In Killing Commendatore, Mariye said that being painted was an exchange. Something was taken from her and she got something in return. Again, this was echoed in Laing and Joffe’s interaction. And it’s not simply that they got a record of their Selves handed by each other. To make a portrait or biography, other people capture who we are as projected on their spectacle. But we’re never our whole selves at any point in time. We wear different clothes in front of different people, including ourselves. And different people would have different things to say about that through the filter of their senses and expression capacities. Thus each portrait is something unique. In being painted, we get something in return for what’s taken. That is a piece of our soul, one of our thousand faces that is only visible through the mirror of other people's eyes, I think. It’s encapsulated with the painter’s specific understanding, can’t help that, it’s inaccessible otherwise.
I couldn’t have guessed what Mariye meant when she said something was taken out of her. It’s Murakami so I imagine that it’s something like a part of her split and lived on in that painting or something. But thinking about it, that’s not all nonsense? It’s a bit like the Schrödinger cat situation. Observation removes uncertainty. The present exists in immense complexity with countless variables, ever-molded in real-time by our fickle minds. Left alone, with the passage of time it becomes the past that will either disappear or remain as faded distorted memory. In inventory, the past is immortalized in one form, stripped away from the other possibility of interpretation. Is what captured the truth simply for its foremost capturability? No, no means of observation can capture the entirety of an experience or a being at one time. Not even our brain can do that, let alone another brain, camera, recorder, or whatnot. Instrument limitation is inevitable. In addition, the existence of one form of record would direct the future interpretation of the event. So being immortalized is indeed a give and take. We get a piece of our soul, but with only a limited possibility of interpretation in exchange.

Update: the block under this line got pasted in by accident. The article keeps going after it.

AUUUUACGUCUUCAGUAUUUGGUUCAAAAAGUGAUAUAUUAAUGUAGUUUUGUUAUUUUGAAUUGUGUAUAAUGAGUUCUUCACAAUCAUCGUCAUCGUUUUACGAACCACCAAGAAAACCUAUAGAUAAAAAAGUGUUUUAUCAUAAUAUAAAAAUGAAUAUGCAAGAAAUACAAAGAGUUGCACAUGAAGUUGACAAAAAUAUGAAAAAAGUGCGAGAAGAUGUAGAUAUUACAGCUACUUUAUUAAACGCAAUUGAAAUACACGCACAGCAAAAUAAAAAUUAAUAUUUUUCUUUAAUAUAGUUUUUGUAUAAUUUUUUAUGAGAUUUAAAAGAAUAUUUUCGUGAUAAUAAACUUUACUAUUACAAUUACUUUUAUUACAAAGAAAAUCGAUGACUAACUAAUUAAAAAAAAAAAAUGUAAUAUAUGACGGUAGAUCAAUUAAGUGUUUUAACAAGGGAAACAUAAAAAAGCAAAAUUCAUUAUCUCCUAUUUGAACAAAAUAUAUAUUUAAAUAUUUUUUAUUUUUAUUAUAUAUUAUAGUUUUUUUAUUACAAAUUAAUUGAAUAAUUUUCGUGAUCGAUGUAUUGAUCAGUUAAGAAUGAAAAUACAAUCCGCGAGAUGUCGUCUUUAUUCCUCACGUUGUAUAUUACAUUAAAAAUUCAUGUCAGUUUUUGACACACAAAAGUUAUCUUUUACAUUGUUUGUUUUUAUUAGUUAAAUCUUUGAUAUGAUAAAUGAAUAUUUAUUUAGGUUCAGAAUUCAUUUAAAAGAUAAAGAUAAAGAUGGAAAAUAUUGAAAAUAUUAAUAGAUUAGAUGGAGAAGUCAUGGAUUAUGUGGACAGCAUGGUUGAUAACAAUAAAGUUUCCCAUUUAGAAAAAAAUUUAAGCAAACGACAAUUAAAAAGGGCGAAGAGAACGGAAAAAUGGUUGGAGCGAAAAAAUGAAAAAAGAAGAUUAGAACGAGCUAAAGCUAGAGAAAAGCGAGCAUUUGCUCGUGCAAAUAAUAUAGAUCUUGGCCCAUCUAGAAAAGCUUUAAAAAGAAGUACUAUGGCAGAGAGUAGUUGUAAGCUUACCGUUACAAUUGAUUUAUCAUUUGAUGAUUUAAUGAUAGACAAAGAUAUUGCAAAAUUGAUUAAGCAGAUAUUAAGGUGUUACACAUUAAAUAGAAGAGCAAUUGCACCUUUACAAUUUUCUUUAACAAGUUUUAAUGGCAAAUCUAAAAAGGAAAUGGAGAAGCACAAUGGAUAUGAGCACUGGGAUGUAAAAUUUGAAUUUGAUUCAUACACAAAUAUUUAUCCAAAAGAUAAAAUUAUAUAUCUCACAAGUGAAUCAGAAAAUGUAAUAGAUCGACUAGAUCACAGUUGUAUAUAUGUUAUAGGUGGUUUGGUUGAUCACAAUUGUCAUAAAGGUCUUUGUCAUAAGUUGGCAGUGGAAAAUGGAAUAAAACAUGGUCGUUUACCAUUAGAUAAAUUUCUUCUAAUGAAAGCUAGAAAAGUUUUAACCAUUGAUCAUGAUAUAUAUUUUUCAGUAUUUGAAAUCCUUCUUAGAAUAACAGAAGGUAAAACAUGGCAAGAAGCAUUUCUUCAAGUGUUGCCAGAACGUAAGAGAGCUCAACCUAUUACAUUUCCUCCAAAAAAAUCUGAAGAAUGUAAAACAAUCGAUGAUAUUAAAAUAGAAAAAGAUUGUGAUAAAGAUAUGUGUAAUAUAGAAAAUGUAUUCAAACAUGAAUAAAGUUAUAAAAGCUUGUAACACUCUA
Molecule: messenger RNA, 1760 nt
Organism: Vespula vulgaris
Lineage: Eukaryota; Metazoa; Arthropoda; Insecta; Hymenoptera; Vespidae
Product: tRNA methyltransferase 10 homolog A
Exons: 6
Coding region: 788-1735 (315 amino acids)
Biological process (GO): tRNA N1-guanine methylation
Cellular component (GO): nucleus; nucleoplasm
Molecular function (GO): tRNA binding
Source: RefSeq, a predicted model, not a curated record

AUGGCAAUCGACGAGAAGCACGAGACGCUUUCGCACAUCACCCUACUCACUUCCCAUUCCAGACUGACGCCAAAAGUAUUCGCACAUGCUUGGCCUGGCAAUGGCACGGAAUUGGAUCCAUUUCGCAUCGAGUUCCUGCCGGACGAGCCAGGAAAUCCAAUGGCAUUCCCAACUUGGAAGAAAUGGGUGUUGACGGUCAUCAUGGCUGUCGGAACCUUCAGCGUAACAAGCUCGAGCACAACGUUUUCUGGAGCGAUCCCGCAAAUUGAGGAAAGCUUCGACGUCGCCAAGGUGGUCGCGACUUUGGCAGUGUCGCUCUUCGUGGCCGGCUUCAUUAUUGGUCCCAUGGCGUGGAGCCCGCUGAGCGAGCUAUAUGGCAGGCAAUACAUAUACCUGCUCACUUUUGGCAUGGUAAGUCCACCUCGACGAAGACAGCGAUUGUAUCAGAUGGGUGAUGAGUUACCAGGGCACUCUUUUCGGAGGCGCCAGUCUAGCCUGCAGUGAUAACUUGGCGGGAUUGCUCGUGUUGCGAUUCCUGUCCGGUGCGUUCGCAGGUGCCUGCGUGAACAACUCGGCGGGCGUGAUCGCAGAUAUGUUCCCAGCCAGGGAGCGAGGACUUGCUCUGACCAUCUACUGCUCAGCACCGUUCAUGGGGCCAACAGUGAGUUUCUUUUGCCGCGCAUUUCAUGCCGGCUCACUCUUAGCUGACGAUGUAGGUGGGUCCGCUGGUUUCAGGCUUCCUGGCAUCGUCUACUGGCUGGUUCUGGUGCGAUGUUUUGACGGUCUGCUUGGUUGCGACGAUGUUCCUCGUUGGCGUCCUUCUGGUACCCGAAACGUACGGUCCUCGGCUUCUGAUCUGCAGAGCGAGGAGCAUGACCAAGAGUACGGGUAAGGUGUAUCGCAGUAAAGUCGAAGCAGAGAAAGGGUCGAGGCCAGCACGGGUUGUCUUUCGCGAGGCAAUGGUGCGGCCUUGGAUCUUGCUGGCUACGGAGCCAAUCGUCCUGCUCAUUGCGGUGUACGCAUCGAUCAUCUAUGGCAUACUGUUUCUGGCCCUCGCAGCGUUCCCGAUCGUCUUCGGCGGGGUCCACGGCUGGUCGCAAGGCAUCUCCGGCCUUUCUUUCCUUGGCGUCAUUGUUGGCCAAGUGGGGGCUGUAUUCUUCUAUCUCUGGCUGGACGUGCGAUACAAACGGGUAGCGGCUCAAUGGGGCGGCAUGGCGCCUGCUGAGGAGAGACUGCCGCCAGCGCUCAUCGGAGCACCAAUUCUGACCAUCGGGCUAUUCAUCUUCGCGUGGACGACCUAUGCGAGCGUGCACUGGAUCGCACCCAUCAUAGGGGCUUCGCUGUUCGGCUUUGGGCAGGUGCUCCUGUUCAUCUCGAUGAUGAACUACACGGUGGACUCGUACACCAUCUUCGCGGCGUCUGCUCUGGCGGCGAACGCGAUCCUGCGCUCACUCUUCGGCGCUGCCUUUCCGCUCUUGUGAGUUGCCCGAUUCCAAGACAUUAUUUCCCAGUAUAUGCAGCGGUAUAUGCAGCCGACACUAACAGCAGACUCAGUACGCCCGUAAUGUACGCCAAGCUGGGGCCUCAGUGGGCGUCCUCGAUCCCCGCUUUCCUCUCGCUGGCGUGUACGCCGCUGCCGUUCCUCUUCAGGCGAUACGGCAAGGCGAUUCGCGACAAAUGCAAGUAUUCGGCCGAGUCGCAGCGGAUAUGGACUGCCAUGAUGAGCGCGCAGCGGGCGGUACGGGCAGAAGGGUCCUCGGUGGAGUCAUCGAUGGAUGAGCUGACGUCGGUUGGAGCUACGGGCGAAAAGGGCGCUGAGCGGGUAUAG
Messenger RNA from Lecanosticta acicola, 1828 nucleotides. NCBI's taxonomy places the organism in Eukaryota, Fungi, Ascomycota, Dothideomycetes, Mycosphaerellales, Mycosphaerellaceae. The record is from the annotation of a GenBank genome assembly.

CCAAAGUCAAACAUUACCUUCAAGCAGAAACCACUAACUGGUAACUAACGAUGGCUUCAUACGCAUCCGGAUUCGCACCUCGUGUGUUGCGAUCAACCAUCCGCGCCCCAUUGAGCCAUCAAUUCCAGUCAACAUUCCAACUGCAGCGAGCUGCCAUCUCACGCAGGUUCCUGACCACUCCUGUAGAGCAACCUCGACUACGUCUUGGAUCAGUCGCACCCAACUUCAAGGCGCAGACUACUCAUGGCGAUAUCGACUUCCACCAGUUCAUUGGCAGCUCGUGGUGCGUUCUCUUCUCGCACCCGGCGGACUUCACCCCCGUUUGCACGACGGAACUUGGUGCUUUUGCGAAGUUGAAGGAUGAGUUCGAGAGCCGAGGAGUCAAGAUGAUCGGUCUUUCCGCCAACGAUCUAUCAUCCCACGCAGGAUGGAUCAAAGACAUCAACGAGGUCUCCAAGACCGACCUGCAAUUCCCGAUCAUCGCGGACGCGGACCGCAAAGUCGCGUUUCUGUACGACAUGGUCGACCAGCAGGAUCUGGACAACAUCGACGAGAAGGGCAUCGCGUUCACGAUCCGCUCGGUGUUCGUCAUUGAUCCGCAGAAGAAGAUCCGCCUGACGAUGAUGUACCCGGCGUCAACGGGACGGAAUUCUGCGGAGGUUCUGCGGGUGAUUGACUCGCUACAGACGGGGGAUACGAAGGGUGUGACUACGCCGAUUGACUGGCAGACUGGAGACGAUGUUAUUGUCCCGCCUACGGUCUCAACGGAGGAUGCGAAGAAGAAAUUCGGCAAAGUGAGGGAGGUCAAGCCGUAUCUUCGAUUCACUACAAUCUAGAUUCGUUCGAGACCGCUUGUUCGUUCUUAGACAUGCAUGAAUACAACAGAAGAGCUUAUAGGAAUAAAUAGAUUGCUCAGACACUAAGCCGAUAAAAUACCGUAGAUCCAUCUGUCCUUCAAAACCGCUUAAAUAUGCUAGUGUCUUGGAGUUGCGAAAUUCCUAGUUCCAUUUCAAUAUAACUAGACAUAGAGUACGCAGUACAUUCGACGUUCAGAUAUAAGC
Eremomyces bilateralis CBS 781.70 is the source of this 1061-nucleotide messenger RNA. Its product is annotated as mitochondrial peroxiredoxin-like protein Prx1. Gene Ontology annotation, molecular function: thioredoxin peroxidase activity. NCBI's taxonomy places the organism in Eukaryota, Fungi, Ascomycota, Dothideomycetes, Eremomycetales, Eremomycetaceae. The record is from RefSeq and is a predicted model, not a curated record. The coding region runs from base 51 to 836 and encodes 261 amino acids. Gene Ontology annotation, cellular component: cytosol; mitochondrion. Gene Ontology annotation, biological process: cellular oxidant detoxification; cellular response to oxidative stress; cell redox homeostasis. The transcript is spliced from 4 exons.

So yeah, I’m a biiiit obsessed about portrait and biography now. It would be nice if someone would want to surrender their story for me to write a biography about. But how do I expect someone to get all vulnerable like that? How did Laing do that?? Someday. Someday.
Anyway, this is my first audiobook! This kind of genre is a good introduction to audiobooks, I think. There’s no flow to immerse into, unlike fiction, and there’s no difficult concept to spend brainpower and full concentration on, unlike heavier non-fiction; I didn’t have to worry much about having my focus interrupted. It’s a good book to narrate on too. Laing’s narrative tone is plenty conversational and Sophie Aldred did a very good job sounding the sentence dynamics soothingly. Even the mere auditory experience was pleasant. Suka!